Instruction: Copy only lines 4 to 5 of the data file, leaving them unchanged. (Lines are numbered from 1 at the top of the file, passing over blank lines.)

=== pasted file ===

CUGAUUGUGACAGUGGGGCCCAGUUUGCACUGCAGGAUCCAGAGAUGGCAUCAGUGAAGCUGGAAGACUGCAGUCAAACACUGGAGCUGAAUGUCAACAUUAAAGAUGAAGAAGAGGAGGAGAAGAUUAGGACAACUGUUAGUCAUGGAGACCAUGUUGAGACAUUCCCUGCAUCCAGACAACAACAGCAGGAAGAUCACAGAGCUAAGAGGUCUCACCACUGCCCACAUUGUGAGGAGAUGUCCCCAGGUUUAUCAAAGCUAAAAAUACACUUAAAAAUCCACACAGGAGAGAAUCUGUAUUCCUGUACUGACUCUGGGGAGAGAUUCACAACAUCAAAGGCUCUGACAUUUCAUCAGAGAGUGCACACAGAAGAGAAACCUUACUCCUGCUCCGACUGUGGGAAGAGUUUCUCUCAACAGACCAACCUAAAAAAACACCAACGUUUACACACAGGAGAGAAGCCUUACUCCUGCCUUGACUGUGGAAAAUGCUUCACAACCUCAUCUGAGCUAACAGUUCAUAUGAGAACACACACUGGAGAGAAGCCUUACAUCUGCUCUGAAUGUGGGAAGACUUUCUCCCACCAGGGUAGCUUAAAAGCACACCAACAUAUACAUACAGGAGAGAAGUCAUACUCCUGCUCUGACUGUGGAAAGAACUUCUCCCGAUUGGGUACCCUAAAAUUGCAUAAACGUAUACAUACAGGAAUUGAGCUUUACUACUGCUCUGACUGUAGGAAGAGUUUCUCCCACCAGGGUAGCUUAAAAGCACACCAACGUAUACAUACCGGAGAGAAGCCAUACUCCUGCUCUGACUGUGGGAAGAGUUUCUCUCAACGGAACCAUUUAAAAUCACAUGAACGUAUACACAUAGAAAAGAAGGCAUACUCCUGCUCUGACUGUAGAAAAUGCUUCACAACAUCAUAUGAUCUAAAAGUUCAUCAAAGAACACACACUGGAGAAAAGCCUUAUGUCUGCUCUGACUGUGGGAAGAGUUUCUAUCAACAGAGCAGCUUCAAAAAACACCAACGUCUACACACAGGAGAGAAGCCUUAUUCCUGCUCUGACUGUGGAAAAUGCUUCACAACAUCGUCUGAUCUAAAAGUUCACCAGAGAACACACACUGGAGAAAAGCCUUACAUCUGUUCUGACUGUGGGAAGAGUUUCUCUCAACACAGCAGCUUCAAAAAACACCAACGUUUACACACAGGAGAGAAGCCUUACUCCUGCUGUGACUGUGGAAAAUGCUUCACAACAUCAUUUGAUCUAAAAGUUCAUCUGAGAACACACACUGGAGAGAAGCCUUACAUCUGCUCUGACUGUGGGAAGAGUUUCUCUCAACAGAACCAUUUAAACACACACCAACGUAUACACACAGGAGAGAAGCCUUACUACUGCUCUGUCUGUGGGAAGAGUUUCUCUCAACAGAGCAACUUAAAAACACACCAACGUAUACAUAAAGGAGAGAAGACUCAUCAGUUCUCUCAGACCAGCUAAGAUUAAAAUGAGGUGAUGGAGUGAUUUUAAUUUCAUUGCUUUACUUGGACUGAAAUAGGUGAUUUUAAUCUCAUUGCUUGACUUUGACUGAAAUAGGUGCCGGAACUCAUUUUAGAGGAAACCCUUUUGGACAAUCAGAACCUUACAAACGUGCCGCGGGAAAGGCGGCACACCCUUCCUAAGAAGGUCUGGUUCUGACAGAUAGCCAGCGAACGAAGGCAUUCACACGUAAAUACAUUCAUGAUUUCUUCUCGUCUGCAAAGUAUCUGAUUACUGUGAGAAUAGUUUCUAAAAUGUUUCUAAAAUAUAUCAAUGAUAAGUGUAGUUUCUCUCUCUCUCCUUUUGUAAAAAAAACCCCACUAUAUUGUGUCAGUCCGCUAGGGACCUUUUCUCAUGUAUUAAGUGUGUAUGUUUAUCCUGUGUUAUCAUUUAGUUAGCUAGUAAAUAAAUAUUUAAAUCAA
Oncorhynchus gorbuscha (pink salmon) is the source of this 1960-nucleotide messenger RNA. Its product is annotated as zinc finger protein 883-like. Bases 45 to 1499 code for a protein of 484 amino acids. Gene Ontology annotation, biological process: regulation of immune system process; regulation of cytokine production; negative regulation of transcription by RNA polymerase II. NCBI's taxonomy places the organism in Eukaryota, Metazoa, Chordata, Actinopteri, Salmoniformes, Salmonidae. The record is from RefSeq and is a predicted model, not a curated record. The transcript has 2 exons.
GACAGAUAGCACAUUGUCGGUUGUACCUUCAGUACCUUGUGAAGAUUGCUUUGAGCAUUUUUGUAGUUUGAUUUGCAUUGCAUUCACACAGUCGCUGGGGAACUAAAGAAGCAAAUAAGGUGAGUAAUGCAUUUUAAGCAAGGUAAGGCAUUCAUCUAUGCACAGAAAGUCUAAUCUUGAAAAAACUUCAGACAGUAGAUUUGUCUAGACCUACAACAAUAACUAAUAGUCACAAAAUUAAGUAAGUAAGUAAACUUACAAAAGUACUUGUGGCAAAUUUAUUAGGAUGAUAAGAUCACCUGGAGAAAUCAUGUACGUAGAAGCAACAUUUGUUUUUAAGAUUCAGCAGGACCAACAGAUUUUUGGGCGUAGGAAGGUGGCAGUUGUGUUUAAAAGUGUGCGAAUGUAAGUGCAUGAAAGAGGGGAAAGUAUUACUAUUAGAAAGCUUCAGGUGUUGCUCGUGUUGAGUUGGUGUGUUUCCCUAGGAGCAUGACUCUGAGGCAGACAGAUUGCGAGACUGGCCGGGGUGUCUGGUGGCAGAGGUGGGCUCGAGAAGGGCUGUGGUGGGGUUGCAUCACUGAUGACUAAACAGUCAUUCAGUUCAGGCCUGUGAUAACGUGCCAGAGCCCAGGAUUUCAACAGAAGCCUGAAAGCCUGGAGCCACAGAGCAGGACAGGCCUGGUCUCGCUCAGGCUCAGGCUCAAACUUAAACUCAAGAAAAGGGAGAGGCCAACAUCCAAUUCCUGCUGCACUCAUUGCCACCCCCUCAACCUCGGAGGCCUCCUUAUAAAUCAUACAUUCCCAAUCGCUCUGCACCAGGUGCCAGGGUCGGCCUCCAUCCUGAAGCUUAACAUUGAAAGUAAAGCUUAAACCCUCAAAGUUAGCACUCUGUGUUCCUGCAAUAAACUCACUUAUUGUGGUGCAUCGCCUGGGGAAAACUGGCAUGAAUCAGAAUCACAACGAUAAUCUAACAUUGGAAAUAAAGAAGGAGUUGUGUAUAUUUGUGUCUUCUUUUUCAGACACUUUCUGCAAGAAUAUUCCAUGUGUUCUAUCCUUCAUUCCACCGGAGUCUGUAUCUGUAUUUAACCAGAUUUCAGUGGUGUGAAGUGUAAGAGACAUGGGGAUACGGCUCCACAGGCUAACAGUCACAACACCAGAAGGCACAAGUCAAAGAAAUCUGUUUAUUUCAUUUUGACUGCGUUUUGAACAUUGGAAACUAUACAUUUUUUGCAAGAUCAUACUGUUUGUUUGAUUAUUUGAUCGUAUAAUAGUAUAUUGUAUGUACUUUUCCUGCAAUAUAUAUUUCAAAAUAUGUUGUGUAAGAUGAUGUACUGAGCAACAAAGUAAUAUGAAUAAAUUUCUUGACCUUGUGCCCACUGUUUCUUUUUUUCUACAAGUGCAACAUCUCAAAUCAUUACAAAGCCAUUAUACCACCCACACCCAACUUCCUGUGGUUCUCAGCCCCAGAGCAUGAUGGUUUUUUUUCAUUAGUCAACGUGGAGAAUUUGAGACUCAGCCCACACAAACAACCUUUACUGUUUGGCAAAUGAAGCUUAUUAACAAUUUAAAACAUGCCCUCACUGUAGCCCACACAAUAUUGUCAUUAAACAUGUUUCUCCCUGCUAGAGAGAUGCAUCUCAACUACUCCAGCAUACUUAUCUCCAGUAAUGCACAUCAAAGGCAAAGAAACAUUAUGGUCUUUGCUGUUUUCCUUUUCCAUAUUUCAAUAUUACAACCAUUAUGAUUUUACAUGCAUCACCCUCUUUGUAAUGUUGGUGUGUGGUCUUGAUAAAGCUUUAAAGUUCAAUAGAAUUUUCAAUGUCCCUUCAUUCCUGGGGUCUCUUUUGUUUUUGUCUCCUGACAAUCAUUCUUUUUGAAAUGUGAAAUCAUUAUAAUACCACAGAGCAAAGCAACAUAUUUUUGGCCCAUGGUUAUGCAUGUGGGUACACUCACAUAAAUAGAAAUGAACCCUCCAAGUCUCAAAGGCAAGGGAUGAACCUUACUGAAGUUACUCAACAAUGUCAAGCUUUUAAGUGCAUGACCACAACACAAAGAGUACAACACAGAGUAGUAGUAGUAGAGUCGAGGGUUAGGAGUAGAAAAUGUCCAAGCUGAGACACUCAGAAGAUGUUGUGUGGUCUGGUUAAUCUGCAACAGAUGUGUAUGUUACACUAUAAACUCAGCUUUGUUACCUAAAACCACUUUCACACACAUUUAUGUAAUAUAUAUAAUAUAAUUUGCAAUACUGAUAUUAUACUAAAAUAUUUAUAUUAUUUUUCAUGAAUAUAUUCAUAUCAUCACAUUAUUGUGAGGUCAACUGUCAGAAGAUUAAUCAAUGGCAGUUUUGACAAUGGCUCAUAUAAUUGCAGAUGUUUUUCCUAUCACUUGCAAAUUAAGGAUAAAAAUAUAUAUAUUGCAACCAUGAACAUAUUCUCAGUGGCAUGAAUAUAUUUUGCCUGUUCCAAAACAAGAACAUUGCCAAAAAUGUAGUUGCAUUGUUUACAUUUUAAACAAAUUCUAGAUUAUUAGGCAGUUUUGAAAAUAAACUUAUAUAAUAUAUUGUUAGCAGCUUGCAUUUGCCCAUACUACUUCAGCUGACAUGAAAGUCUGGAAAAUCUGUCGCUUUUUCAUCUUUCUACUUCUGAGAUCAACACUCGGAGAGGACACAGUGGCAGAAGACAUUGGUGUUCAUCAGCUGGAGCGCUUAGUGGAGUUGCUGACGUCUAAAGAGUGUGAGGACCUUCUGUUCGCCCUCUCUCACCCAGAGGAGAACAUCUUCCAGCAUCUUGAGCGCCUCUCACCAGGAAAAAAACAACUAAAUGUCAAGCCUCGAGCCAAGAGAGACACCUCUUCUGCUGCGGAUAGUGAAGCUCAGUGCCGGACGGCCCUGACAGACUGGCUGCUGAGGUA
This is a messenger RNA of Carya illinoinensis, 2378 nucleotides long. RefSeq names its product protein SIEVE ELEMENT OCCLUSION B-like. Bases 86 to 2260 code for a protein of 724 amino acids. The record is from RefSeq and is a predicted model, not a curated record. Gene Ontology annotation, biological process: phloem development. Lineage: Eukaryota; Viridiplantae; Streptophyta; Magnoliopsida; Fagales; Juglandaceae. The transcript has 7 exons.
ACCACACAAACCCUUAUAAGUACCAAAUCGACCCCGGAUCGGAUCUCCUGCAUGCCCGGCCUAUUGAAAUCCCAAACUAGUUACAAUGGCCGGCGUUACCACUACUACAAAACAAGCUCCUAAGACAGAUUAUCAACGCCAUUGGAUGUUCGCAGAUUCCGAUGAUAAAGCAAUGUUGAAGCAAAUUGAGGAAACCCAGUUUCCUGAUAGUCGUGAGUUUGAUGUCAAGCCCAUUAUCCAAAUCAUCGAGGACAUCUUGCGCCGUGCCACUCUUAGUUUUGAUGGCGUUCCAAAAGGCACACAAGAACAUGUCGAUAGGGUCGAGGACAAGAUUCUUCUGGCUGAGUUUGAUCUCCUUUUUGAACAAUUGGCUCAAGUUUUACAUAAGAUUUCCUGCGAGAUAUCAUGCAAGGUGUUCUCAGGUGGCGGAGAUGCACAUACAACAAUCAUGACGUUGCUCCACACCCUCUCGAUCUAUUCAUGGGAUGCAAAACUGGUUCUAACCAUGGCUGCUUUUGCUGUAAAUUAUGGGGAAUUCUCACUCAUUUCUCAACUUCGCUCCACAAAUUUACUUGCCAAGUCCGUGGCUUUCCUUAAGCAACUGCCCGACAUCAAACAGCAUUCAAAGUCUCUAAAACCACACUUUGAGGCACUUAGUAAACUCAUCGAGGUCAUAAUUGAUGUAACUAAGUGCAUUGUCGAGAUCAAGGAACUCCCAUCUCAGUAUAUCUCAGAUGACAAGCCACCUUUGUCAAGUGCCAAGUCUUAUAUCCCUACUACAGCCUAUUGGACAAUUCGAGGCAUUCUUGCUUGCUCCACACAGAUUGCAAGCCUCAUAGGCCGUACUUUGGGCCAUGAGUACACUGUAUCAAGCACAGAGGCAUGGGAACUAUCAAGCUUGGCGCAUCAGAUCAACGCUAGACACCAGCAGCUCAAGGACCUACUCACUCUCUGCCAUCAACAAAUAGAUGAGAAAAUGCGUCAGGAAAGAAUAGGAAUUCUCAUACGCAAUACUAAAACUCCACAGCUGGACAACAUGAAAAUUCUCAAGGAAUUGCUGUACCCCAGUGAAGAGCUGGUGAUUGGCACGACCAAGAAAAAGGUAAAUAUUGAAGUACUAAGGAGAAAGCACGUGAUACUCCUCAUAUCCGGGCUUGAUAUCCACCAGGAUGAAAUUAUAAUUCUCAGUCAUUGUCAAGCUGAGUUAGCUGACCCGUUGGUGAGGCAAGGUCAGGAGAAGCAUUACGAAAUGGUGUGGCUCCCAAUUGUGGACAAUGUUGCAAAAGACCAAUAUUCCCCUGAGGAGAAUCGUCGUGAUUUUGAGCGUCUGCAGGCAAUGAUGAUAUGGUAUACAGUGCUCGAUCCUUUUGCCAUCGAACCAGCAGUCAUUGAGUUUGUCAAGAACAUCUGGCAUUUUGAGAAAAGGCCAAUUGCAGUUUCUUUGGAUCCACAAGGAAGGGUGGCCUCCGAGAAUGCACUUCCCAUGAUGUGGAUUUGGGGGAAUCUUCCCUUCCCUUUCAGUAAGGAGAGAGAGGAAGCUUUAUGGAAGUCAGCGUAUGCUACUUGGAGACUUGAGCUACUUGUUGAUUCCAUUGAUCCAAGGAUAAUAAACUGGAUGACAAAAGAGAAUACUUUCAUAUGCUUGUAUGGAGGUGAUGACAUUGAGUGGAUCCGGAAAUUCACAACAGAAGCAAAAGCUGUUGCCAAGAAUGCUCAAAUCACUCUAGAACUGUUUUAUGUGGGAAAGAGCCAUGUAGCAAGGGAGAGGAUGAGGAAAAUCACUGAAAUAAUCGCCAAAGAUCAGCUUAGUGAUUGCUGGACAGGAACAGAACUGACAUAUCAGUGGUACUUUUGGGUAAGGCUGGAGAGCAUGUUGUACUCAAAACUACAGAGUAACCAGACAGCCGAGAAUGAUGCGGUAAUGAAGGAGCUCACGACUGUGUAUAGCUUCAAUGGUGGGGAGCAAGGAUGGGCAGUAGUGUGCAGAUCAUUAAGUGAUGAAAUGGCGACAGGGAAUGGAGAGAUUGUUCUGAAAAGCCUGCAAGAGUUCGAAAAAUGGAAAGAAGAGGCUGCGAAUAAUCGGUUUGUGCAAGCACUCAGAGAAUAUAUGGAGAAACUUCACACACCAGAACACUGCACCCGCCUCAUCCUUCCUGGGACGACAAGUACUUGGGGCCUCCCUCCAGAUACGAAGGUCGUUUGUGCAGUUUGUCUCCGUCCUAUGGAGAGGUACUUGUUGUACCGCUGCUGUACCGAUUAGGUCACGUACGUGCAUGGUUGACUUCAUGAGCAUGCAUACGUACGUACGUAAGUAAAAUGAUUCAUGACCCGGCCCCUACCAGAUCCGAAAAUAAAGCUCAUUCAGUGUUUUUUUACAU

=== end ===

This is a messenger RNA of Carya illinoinensis, 2378 nucleotides long. RefSeq names its product protein SIEVE ELEMENT OCCLUSION B-like. Bases 86 to 2260 code for a protein of 724 amino acids. The record is from RefSeq and is a predicted model, not a curated record. Gene Ontology annotation, biological process: phloem development. Lineage: Eukaryota; Viridiplantae; Streptophyta; Magnoliopsida; Fagales; Juglandaceae. The transcript has 7 exons.
ACCACACAAACCCUUAUAAGUACCAAAUCGACCCCGGAUCGGAUCUCCUGCAUGCCCGGCCUAUUGAAAUCCCAAACUAGUUACAAUGGCCGGCGUUACCACUACUACAAAACAAGCUCCUAAGACAGAUUAUCAACGCCAUUGGAUGUUCGCAGAUUCCGAUGAUAAAGCAAUGUUGAAGCAAAUUGAGGAAACCCAGUUUCCUGAUAGUCGUGAGUUUGAUGUCAAGCCCAUUAUCCAAAUCAUCGAGGACAUCUUGCGCCGUGCCACUCUUAGUUUUGAUGGCGUUCCAAAAGGCACACAAGAACAUGUCGAUAGGGUCGAGGACAAGAUUCUUCUGGCUGAGUUUGAUCUCCUUUUUGAACAAUUGGCUCAAGUUUUACAUAAGAUUUCCUGCGAGAUAUCAUGCAAGGUGUUCUCAGGUGGCGGAGAUGCACAUACAACAAUCAUGACGUUGCUCCACACCCUCUCGAUCUAUUCAUGGGAUGCAAAACUGGUUCUAACCAUGGCUGCUUUUGCUGUAAAUUAUGGGGAAUUCUCACUCAUUUCUCAACUUCGCUCCACAAAUUUACUUGCCAAGUCCGUGGCUUUCCUUAAGCAACUGCCCGACAUCAAACAGCAUUCAAAGUCUCUAAAACCACACUUUGAGGCACUUAGUAAACUCAUCGAGGUCAUAAUUGAUGUAACUAAGUGCAUUGUCGAGAUCAAGGAACUCCCAUCUCAGUAUAUCUCAGAUGACAAGCCACCUUUGUCAAGUGCCAAGUCUUAUAUCCCUACUACAGCCUAUUGGACAAUUCGAGGCAUUCUUGCUUGCUCCACACAGAUUGCAAGCCUCAUAGGCCGUACUUUGGGCCAUGAGUACACUGUAUCAAGCACAGAGGCAUGGGAACUAUCAAGCUUGGCGCAUCAGAUCAACGCUAGACACCAGCAGCUCAAGGACCUACUCACUCUCUGCCAUCAACAAAUAGAUGAGAAAAUGCGUCAGGAAAGAAUAGGAAUUCUCAUACGCAAUACUAAAACUCCACAGCUGGACAACAUGAAAAUUCUCAAGGAAUUGCUGUACCCCAGUGAAGAGCUGGUGAUUGGCACGACCAAGAAAAAGGUAAAUAUUGAAGUACUAAGGAGAAAGCACGUGAUACUCCUCAUAUCCGGGCUUGAUAUCCACCAGGAUGAAAUUAUAAUUCUCAGUCAUUGUCAAGCUGAGUUAGCUGACCCGUUGGUGAGGCAAGGUCAGGAGAAGCAUUACGAAAUGGUGUGGCUCCCAAUUGUGGACAAUGUUGCAAAAGACCAAUAUUCCCCUGAGGAGAAUCGUCGUGAUUUUGAGCGUCUGCAGGCAAUGAUGAUAUGGUAUACAGUGCUCGAUCCUUUUGCCAUCGAACCAGCAGUCAUUGAGUUUGUCAAGAACAUCUGGCAUUUUGAGAAAAGGCCAAUUGCAGUUUCUUUGGAUCCACAAGGAAGGGUGGCCUCCGAGAAUGCACUUCCCAUGAUGUGGAUUUGGGGGAAUCUUCCCUUCCCUUUCAGUAAGGAGAGAGAGGAAGCUUUAUGGAAGUCAGCGUAUGCUACUUGGAGACUUGAGCUACUUGUUGAUUCCAUUGAUCCAAGGAUAAUAAACUGGAUGACAAAAGAGAAUACUUUCAUAUGCUUGUAUGGAGGUGAUGACAUUGAGUGGAUCCGGAAAUUCACAACAGAAGCAAAAGCUGUUGCCAAGAAUGCUCAAAUCACUCUAGAACUGUUUUAUGUGGGAAAGAGCCAUGUAGCAAGGGAGAGGAUGAGGAAAAUCACUGAAAUAAUCGCCAAAGAUCAGCUUAGUGAUUGCUGGACAGGAACAGAACUGACAUAUCAGUGGUACUUUUGGGUAAGGCUGGAGAGCAUGUUGUACUCAAAACUACAGAGUAACCAGACAGCCGAGAAUGAUGCGGUAAUGAAGGAGCUCACGACUGUGUAUAGCUUCAAUGGUGGGGAGCAAGGAUGGGCAGUAGUGUGCAGAUCAUUAAGUGAUGAAAUGGCGACAGGGAAUGGAGAGAUUGUUCUGAAAAGCCUGCAAGAGUUCGAAAAAUGGAAAGAAGAGGCUGCGAAUAAUCGGUUUGUGCAAGCACUCAGAGAAUAUAUGGAGAAACUUCACACACCAGAACACUGCACCCGCCUCAUCCUUCCUGGGACGACAAGUACUUGGGGCCUCCCUCCAGAUACGAAGGUCGUUUGUGCAGUUUGUCUCCGUCCUAUGGAGAGGUACUUGUUGUACCGCUGCUGUACCGAUUAGGUCACGUACGUGCAUGGUUGACUUCAUGAGCAUGCAUACGUACGUACGUAAGUAAAAUGAUUCAUGACCCGGCCCCUACCAGAUCCGAAAAUAAAGCUCAUUCAGUGUUUUUUUACAU